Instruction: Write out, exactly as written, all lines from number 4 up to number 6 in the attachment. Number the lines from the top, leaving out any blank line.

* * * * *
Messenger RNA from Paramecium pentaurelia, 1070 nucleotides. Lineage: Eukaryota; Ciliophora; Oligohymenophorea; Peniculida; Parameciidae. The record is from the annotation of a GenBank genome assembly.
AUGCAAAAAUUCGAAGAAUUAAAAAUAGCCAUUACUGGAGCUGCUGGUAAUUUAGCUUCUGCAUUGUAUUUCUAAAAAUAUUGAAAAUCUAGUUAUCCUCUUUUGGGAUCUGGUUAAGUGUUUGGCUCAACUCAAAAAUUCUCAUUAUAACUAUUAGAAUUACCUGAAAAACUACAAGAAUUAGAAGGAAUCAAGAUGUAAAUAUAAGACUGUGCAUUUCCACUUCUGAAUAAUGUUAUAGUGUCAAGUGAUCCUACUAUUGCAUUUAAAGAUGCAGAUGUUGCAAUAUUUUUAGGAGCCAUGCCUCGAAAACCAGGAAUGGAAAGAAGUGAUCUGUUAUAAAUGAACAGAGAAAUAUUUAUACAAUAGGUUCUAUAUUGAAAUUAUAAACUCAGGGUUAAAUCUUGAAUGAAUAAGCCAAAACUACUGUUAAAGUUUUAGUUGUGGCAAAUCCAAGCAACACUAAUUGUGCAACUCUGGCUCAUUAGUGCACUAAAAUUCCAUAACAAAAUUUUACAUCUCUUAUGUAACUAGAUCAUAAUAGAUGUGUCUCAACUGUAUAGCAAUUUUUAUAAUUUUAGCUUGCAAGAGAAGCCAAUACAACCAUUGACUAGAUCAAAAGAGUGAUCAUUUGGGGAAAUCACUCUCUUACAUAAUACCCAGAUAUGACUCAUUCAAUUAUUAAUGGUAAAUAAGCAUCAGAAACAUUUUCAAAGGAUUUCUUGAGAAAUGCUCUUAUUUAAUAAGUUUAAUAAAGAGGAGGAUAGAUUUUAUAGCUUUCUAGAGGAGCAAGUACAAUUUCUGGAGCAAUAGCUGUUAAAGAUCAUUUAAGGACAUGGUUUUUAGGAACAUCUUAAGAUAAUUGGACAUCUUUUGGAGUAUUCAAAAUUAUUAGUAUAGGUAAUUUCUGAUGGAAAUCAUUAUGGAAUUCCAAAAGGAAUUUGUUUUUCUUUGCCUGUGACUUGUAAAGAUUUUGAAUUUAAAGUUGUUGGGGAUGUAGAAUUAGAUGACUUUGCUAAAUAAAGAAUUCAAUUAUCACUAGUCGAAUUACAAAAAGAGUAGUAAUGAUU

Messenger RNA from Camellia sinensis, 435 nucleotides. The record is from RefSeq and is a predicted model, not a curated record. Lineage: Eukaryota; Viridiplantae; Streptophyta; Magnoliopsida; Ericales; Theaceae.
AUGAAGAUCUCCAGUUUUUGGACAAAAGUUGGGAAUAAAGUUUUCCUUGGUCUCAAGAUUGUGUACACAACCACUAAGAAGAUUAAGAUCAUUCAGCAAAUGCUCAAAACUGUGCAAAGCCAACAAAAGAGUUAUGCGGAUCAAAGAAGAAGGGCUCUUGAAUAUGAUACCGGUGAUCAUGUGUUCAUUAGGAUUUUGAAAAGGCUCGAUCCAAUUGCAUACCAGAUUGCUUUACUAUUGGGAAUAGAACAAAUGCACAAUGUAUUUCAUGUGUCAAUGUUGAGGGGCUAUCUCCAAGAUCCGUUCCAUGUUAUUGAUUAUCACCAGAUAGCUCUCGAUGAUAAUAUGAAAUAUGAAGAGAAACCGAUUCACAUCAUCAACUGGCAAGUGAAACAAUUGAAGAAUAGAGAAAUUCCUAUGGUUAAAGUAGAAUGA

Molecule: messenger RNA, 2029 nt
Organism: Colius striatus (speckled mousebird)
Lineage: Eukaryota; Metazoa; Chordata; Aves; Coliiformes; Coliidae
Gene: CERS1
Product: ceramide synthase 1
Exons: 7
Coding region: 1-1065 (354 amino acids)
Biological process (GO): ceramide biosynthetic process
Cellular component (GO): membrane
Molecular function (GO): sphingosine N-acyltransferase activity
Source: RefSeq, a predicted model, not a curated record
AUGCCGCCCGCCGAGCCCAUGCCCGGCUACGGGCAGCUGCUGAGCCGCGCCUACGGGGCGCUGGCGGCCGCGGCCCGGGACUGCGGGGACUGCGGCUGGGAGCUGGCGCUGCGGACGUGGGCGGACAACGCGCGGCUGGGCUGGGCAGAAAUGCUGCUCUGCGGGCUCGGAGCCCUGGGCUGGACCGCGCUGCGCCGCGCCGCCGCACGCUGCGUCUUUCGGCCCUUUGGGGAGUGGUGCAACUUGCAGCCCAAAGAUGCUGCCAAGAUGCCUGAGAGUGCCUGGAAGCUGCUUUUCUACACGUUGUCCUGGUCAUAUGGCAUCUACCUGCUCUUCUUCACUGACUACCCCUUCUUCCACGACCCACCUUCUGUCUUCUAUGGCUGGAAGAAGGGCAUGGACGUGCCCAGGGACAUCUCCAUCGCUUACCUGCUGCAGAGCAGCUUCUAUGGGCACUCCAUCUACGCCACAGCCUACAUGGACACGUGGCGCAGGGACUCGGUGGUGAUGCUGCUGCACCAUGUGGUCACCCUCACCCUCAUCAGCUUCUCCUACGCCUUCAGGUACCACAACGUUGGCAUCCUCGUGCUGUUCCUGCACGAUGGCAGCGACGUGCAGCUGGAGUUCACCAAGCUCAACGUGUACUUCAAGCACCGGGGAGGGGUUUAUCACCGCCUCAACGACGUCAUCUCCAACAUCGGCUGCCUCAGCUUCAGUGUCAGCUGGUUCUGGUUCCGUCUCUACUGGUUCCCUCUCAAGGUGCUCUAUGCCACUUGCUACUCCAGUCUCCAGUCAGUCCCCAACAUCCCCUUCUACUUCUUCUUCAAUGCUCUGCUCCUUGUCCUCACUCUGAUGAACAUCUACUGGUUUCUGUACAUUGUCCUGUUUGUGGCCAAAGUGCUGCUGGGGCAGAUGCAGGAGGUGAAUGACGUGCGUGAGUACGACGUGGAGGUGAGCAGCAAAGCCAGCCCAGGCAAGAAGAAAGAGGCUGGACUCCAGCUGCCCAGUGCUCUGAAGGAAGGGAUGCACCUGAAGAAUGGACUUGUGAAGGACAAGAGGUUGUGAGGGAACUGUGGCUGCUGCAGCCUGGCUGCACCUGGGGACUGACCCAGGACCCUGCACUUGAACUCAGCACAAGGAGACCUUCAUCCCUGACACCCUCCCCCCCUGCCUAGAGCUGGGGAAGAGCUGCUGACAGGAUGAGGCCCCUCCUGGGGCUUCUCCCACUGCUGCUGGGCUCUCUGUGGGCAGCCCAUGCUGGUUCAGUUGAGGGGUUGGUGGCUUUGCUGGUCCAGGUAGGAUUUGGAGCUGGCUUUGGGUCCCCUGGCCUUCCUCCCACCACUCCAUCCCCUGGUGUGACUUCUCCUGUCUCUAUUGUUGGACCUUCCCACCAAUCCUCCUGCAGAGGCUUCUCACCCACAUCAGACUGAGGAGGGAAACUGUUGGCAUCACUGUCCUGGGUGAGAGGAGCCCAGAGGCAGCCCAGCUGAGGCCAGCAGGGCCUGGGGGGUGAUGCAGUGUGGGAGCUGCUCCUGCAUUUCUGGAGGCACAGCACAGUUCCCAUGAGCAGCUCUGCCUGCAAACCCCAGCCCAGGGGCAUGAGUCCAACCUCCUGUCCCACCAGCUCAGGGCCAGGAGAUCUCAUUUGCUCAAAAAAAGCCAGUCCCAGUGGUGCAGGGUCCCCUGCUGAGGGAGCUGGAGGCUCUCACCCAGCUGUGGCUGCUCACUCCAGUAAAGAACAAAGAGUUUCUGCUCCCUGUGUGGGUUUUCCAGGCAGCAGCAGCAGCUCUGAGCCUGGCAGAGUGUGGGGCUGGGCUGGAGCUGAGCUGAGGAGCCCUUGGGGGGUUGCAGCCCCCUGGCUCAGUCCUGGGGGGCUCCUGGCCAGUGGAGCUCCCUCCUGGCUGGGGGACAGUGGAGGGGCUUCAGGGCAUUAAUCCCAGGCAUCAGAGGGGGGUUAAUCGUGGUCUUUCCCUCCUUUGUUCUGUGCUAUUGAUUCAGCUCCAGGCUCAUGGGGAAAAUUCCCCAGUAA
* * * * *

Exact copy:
AUGAAGAUCUCCAGUUUUUGGACAAAAGUUGGGAAUAAAGUUUUCCUUGGUCUCAAGAUUGUGUACACAACCACUAAGAAGAUUAAGAUCAUUCAGCAAAUGCUCAAAACUGUGCAAAGCCAACAAAAGAGUUAUGCGGAUCAAAGAAGAAGGGCUCUUGAAUAUGAUACCGGUGAUCAUGUGUUCAUUAGGAUUUUGAAAAGGCUCGAUCCAAUUGCAUACCAGAUUGCUUUACUAUUGGGAAUAGAACAAAUGCACAAUGUAUUUCAUGUGUCAAUGUUGAGGGGCUAUCUCCAAGAUCCGUUCCAUGUUAUUGAUUAUCACCAGAUAGCUCUCGAUGAUAAUAUGAAAUAUGAAGAGAAACCGAUUCACAUCAUCAACUGGCAAGUGAAACAAUUGAAGAAUAGAGAAAUUCCUAUGGUUAAAGUAGAAUGA

Molecule: messenger RNA, 2029 nt
Organism: Colius striatus (speckled mousebird)